Lights are low and all is quiet inside Children’s Healthcare of Atlanta at Scottish Rite’s neonatal intensive care unit. In a large, plush, green chair sits 82-year old David Deutschman snuggling the tiny triplet against his chest.
“I know it brings comfort to the baby because you can see the way she’s reacting, that she loves being in someone’s arms,” says Deutschman. “And, of course, the younger they are, the more they need that sense of touch, and the security of being snuggled.”
That’s what this retired Atlanta marketing executive has done for the last few years, snuggling babies here in the dark hush of Children’s Healthcare of Atlanta at Scottish Rite’s neonatal ICU.
“It’s very peaceful. Very rewarding to me,” he says.
Back in the early days, he says, they’d wait until babies cried to pick them up.
“But there have been so many studies done in the last decade showing how much babies thrive being held, how important it is to them,” says the senior citizen.
Babies like Angel, who can’t take her eyes off the man they call the ICU Grandpa.
“Maybe she hears my voice, or she feels the rumbling of my chest when she puts her head on my chest. They hear your heartbeat,” says Deutschman.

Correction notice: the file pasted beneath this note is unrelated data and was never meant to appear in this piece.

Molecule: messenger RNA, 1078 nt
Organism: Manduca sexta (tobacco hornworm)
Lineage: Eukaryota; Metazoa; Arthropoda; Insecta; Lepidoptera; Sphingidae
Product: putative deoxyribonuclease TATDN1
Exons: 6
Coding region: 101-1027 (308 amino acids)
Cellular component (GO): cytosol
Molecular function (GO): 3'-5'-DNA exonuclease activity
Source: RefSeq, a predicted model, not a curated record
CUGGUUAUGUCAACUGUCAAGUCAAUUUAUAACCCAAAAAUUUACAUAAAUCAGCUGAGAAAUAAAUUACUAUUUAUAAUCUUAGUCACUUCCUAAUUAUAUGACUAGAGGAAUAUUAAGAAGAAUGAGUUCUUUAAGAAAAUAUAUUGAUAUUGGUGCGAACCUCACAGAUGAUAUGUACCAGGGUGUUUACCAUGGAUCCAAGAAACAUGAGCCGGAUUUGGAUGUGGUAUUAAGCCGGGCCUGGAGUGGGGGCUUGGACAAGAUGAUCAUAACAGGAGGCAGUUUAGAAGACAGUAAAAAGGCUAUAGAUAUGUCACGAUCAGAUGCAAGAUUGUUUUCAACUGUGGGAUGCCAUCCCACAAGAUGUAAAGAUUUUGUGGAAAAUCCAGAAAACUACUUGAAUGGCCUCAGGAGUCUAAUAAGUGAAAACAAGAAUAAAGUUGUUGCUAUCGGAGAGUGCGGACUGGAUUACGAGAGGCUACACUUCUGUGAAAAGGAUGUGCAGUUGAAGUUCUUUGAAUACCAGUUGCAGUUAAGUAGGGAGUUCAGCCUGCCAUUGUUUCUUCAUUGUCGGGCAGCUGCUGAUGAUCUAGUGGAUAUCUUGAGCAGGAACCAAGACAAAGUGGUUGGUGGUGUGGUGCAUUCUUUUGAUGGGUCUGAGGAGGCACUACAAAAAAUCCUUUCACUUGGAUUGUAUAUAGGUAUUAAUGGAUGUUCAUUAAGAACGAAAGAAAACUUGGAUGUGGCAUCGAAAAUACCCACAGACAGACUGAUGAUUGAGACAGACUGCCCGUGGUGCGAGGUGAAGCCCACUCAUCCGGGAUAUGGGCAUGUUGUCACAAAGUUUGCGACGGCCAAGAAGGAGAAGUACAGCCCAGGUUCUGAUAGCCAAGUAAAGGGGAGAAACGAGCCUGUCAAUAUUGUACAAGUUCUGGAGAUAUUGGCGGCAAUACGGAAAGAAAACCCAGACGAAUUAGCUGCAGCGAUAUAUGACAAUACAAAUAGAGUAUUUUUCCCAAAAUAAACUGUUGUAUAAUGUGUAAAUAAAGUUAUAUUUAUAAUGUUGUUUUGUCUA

Most of these babies were born early, and, because of complications that require around-the-clock, intensive nursing care. So, they’re parents can’t bring them home, and can’t be here all the time. So, Deutschman fills in the gaps — looking for newborns who need him.
“My guy friends can’t believe that I do this,” notes Deutschman. “They say, why do you do that? And I tell them, ‘It’s great because sometimes I get puked on, I get peed on! It’s, I mean, why wouldn’t I love it.”
And, some days, the babies aren’t the ones who need to be held. The parents are.
“Some guys don’t understand that, holding a man in your arms. But hang around this ICU for a few years, and you’ll see how easily you can do that,” says Deutschman.
In their corner of the NICU, Phillip and Tiffany Guthrie understand. Their first child Paxton was born at 23 weeks, weighing just 1 pound 10 ounces, back in April. Every day since, they’ve savored every moment here, then go home, without Paxton.
“Honestly, I can’t even describe and put into words, (what it’s like) to leave our son every single day. It’s been six months,” says Tiffany Guthrie.
That need keeps the ICU Grandpa coming back.
“He has a good heart. And babies feel that I believe. I know that Paxton, he feels different people’s spirits,” adds Paxton’s dad, Phillip Guthrie.
And when it’s time for him to head home, David Deutschman, will leave Children’s “gratified, that I did something worthwhile today. It was a good day, I held a baby, I held a parent in my arms. It was a good day.”